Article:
Study Art in Italy
Taking art courses in Italy might be a great way for creative students to simultaneously hone their craft under the tutelage of skilled professors and learn from the multitudes of famous works that call the country home. Many masters like da Vinci, Michelangelo, and Botticelli have left their literal mark on Italy’s architecture, cityscapes, and canvasses, making the boot-shaped peninsula a living classroom for international students. If you study art in Italy, you may not only have the chance to delve into the art history that seems to pop up everywhere, or to study the unique artistic techniques practiced within the country. You could also soak in the culture that surrounds you. They say that how you live your life influences your art, so just imagine what you might create after sampling Italy’s cuisine, visiting its ancient sites, or perusing Italia’s museums! Paintings may be worth a thousand words, but after taking art courses in Italy and living the bella vida in its cities as part of a study abroad program, you might be left speechless.
What You Might Learn by Taking Art Courses in Italy
At this point, you may be asking yourself, “Why should I study art in Italy?” That’s a great question! You want to make sure that your study abroad program is not only a fun international adventure, but a worthwhile academic one as well! So why Italy? Because it’s overflowing with art!
Maybe you’ve heard of a little thing called the Italian Renaissance? Then you may have guessed that it started in Italy! The Renaissance, and many other artistic revolutions, might be able to trace their birth back to Italy. This could make it a great place for students to study some major works and fine arts studies. When not working in the studio or studying in the classroom, you might want to delve into the heart of your city’s artistic history by walking through the streets and seeing the sites. For instance, if you find yourself in Rome, you could head to Vatican City to catch a glimpse of Raphael’s famous fresco, School of Athens. Or maybe you’re curious to see Botticelli’s Birth of Venus in her glory at the Uffizi in Florence. Of course, you don’t want to miss seeing some of Michelangelo’s grandiose works like The Last Supper in Milan or the massive works in the Sistine Chapel in Vatican City. It seems that no matter where you travel in the country, you could have the opportunity to see and study a master’s work. When you study at home, you may only see these works of art in a textbook – in Italy, you could see (and study) them face to face!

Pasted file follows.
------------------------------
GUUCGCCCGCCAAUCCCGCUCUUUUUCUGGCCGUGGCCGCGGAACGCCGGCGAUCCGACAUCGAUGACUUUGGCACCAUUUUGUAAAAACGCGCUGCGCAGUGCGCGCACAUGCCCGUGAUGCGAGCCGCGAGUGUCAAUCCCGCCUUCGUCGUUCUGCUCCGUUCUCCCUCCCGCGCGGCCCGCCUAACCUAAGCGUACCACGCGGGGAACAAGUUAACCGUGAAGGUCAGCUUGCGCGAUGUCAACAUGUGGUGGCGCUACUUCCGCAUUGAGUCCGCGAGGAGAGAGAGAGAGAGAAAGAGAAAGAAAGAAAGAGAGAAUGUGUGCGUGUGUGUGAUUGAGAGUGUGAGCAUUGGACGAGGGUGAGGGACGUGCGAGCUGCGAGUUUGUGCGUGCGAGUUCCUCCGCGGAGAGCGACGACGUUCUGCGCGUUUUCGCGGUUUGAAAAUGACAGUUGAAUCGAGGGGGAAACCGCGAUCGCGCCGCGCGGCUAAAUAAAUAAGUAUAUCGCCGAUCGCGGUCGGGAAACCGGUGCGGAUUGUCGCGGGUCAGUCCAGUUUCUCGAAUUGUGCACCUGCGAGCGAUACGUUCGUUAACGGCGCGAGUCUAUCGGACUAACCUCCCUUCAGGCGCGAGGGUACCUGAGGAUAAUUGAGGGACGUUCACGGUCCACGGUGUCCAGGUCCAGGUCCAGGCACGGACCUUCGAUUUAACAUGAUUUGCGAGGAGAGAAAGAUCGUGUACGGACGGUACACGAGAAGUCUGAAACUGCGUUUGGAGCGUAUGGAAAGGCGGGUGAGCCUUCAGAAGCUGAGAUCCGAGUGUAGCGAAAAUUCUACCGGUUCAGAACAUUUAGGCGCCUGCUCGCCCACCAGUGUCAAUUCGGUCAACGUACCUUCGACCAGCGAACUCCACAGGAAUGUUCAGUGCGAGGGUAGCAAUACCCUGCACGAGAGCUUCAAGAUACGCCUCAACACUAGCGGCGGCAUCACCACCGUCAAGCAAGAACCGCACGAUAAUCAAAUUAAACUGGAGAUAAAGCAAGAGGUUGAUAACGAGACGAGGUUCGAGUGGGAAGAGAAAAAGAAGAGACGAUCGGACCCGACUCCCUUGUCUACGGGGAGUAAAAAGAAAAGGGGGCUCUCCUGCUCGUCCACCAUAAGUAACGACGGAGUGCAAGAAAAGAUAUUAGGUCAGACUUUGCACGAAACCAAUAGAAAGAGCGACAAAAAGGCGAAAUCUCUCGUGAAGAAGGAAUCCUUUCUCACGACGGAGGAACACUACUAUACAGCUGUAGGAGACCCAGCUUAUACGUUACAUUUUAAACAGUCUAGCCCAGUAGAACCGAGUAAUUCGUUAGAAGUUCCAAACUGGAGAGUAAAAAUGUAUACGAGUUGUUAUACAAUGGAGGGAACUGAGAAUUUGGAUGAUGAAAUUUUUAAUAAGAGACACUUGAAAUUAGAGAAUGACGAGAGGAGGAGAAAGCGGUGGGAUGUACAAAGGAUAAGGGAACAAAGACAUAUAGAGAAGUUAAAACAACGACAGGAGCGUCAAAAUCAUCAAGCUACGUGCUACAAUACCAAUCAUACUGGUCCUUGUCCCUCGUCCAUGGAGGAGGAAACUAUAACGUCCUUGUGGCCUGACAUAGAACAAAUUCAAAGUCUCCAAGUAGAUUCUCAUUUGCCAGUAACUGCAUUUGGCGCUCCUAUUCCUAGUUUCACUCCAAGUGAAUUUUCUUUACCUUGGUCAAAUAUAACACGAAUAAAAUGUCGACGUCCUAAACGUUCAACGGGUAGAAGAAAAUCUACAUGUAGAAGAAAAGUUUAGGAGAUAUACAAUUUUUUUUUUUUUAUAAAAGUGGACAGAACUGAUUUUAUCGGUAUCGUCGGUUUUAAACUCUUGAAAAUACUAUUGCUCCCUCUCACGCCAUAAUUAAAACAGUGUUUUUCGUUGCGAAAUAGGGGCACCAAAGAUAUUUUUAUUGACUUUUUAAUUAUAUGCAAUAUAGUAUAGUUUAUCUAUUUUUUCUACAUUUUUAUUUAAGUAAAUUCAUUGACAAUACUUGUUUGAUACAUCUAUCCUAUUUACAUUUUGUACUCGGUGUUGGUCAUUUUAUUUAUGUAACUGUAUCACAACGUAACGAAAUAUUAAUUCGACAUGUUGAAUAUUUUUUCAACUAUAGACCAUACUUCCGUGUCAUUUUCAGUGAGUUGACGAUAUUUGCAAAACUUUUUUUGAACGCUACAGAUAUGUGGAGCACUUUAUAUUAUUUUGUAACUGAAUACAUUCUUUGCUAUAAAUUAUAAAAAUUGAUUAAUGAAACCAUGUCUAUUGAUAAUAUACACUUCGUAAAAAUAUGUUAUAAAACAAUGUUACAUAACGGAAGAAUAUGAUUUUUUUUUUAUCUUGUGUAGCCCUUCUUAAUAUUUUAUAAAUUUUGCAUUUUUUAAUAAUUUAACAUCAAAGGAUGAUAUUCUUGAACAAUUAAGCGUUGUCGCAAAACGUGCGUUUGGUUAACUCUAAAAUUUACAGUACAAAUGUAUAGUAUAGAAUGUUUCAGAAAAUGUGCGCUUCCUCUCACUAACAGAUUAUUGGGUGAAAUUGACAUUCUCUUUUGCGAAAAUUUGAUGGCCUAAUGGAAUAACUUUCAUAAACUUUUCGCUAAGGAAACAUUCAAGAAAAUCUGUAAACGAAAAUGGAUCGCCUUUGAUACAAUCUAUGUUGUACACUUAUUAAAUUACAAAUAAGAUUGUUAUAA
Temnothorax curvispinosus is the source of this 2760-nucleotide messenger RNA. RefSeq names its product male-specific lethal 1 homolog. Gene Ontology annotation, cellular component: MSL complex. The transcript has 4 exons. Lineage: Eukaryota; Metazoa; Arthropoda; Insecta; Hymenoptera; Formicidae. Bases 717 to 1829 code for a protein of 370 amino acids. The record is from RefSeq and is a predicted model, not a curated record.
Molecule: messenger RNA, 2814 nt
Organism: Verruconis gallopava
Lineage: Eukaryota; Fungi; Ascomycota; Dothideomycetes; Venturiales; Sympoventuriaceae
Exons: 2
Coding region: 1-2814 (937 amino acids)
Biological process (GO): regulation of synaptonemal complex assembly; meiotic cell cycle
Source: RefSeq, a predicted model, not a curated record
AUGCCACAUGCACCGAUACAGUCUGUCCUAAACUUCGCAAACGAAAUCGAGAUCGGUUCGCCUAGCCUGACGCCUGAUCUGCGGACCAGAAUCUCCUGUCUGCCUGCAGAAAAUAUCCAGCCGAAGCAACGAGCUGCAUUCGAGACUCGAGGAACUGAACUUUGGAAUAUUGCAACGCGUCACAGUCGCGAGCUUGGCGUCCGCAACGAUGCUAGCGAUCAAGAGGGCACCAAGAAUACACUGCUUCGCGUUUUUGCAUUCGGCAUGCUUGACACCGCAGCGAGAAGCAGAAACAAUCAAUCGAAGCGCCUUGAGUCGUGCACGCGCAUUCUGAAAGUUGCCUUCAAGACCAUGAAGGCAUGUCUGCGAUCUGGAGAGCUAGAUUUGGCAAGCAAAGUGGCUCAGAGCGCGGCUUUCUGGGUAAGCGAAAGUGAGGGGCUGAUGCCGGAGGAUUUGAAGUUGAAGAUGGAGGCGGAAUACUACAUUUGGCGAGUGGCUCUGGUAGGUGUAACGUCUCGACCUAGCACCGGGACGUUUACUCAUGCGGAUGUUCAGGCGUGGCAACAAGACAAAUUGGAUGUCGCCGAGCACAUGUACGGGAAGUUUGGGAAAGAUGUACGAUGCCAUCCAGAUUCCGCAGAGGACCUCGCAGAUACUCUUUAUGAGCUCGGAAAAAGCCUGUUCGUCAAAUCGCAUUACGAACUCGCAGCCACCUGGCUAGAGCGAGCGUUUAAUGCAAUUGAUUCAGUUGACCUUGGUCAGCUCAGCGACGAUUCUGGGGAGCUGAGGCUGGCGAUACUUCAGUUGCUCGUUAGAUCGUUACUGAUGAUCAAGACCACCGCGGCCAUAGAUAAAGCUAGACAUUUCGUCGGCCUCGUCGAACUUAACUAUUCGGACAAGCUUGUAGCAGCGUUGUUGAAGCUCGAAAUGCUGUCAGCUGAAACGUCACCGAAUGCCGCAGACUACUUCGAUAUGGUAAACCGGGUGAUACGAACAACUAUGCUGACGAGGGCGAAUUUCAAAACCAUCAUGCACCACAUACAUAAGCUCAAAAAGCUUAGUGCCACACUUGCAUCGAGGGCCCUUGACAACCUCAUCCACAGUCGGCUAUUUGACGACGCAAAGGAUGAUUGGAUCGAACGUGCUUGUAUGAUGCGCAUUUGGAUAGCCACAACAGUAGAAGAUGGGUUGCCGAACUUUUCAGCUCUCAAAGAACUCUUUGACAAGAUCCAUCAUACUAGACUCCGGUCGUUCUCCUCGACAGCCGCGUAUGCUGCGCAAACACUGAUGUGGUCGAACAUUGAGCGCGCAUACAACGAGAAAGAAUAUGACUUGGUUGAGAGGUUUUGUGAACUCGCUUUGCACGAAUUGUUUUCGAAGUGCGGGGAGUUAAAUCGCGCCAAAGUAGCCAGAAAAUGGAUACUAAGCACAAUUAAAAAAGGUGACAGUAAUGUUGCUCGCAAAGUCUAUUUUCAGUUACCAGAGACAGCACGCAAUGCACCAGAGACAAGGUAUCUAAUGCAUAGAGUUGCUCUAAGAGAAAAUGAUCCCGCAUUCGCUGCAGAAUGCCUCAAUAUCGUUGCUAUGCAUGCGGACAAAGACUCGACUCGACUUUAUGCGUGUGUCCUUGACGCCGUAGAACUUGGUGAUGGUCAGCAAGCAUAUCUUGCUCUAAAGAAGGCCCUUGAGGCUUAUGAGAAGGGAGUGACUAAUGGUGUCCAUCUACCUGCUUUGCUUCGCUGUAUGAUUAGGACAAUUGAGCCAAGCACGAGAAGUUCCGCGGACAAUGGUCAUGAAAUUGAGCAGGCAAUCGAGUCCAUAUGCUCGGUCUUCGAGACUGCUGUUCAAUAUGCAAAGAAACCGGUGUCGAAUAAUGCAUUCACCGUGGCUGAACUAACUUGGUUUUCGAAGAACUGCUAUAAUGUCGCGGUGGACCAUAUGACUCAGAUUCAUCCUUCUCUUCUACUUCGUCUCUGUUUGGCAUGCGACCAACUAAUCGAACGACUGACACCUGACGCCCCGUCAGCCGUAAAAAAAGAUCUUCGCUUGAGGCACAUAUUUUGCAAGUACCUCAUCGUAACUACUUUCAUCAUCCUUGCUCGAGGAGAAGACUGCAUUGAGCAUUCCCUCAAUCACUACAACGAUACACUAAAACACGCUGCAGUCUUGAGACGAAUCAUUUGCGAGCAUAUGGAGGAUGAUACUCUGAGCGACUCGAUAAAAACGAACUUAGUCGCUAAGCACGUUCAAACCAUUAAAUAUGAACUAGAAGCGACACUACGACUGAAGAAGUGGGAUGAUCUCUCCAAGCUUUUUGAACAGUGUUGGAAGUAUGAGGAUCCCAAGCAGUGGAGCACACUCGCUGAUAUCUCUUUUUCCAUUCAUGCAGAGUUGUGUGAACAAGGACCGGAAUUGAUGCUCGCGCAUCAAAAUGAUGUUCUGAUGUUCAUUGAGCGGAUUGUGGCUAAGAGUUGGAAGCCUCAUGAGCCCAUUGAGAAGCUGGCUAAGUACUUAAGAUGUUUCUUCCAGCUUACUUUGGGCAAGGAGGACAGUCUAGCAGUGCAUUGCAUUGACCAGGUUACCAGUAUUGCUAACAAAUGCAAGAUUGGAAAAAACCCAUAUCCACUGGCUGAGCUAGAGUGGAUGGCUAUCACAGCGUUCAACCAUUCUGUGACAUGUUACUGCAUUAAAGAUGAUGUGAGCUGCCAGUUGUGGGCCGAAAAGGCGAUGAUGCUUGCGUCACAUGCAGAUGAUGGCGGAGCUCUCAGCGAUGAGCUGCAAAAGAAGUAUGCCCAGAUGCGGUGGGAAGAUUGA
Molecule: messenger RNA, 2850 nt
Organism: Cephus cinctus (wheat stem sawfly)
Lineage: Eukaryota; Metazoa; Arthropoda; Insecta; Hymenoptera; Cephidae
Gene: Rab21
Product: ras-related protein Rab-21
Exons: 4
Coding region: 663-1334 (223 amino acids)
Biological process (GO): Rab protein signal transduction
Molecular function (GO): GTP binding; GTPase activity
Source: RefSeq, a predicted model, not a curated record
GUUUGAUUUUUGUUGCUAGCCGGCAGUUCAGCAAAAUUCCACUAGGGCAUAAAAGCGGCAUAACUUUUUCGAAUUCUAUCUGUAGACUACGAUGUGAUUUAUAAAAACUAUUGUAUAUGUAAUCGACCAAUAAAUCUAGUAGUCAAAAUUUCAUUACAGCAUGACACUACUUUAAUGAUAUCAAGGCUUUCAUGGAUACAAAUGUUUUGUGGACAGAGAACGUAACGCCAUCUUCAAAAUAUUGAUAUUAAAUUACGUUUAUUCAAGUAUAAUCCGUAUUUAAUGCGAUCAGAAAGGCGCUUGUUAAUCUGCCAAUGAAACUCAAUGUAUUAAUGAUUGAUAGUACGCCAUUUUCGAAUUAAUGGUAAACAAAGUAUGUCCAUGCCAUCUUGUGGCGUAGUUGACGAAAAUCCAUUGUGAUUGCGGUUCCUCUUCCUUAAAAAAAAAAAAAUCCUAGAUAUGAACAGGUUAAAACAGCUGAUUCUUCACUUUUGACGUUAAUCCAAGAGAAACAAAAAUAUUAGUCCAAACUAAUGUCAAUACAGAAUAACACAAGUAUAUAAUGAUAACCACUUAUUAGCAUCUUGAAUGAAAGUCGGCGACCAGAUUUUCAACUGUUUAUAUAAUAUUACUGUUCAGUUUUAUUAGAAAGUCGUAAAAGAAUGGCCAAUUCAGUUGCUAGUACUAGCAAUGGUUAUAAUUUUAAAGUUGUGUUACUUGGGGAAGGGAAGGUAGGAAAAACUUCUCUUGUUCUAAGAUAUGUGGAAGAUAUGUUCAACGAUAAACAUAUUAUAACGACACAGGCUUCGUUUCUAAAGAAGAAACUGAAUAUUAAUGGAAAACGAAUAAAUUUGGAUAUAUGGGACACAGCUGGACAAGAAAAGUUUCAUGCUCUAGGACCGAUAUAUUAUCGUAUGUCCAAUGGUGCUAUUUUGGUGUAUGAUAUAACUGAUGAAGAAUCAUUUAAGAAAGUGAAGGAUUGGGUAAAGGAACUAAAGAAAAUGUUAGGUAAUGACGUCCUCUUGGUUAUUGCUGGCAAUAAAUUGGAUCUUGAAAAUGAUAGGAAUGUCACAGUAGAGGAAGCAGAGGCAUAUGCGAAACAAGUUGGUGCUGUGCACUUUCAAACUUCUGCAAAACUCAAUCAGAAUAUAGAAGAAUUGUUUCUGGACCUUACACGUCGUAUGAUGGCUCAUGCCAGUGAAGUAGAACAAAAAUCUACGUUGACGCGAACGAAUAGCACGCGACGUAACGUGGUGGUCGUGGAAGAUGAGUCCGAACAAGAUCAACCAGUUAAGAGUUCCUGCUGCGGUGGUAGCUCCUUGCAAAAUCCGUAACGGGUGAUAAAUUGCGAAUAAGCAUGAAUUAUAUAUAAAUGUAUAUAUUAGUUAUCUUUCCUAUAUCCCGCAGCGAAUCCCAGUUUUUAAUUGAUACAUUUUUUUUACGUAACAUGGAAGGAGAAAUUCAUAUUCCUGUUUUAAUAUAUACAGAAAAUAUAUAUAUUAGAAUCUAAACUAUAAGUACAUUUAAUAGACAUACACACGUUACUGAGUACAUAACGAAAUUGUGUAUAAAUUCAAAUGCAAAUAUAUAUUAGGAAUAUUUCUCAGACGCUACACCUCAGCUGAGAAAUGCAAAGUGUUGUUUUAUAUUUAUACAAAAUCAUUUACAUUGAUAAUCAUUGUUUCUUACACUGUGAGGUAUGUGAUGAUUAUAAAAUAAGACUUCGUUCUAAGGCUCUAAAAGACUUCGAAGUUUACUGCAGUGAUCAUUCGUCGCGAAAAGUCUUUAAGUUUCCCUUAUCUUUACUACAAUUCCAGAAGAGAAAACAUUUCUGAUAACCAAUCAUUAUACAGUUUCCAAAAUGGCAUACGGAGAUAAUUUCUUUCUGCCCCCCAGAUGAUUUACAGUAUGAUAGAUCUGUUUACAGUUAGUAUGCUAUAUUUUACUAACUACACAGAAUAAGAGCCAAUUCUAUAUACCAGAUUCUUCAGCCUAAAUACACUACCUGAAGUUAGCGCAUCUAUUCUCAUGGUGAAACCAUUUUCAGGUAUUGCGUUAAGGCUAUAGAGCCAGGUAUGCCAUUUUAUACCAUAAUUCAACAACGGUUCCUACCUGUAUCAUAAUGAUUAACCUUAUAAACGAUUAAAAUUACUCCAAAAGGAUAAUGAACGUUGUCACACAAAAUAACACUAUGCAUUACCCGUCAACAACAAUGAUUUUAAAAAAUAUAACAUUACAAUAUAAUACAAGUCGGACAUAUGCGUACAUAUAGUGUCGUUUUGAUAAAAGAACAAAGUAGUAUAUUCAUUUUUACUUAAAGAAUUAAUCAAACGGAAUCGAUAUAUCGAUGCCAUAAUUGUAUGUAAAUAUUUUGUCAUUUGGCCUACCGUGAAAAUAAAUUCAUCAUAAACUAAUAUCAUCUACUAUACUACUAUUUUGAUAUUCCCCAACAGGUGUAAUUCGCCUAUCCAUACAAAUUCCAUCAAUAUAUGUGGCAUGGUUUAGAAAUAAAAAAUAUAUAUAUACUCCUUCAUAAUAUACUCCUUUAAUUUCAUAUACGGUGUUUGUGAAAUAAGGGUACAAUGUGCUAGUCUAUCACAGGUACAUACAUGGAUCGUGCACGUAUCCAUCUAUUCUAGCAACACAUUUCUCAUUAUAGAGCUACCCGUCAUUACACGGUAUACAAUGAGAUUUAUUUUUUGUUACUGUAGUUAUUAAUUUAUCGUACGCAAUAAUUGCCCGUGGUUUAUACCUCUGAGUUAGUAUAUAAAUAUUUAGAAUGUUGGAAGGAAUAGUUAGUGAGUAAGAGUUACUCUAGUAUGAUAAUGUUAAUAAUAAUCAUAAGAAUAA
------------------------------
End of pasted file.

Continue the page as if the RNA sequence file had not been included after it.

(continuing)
Depending on your length of stay, you could have a semester or even an entire academic year to study art in Italy adn take Italy art courses. Rather than rushing through them and being limited to touristy pieces, you may have the chance to travel to see painters, sculptors, and drawers’ earlier and lesser-known works. Who knows? Seeing da Vinci’s adolescent sketches might help you realize that he started with the same skills you have today!
It’s also important to note that studying art in Italy doesn’t have to interfere with your home studies. By pursuing a semester or year abroad in Italy, you may have the chance to earn valuable credits to apply to your home concentration. (Check with your university to see if your chosen program is eligible.) This way, you might be able to gain an international experience while still working towards your academic goals. That’s a win-win situation!
Picture – or Postcard – Worthy Sites in Italy
While the entirety of Italy may be a living classroom, there’s more than academics in the boot shaped country! Italy is full of dozens of postcard-worthy sites, so be sure to bring your camera so you don’t forget a single thing. Or, better yet, bring your brushes, paints, and pencils to capture everything from the Italian countryside to its architecture.
For example, you could stop in Venice and hop into a gondola to take in the unique architecture of the city from the vantage point of the famous canals themselves! Or, if you’re looking for a picture-perfect opportunity, you could head to Pisa to see the famous Leaning Tower of Pisa. Did you know, before its renovation, the tower was predicted to topple over in early 2000? Luckily, it’s still standing and providing some iconic photo opportunities!
Of course, you’re more than welcome to walk away from your canvas for a while and seek some inspiration for the multitudes of museums in Italy. One stop on your artistic tour should definitely be Florence. More specifically you should take a trip to the Galleria dell’Accademia. The museum is not only home to Michelangelo’s “David,” but also hundreds of other works completed by Italian artists. And while you might’ve come to Florence for the art, sipping some of the region’s famous wines at local vineyards might be a great side trip to take (especially with friends).
There’s so many things to see and do in Italy that they could never be contained in just one article. We haven’t even touched on excursions in places like Vatican City, Milan, or Rome – but that doesn’t mean you shouldn’t travel there. Be sure to speak with your intended program to see if they have any planned excursions or information on site-seeing trips in these or many other regions. Or check out city specific pages on our site using the menu above.
Next Steps to Study Art in Italy
It’s time to say ciao to your home university and buon giorno to studying art in Italy! But wait! Before you board a plane, you still need to find a perfect program for you. Continue scrolling down this page to browse a list of potential programs. Looking to attend during a specific semester, or even for a full academic year? Select your preferred time of study from the menus. Buona fortuna finding a perfect program to study art in Italy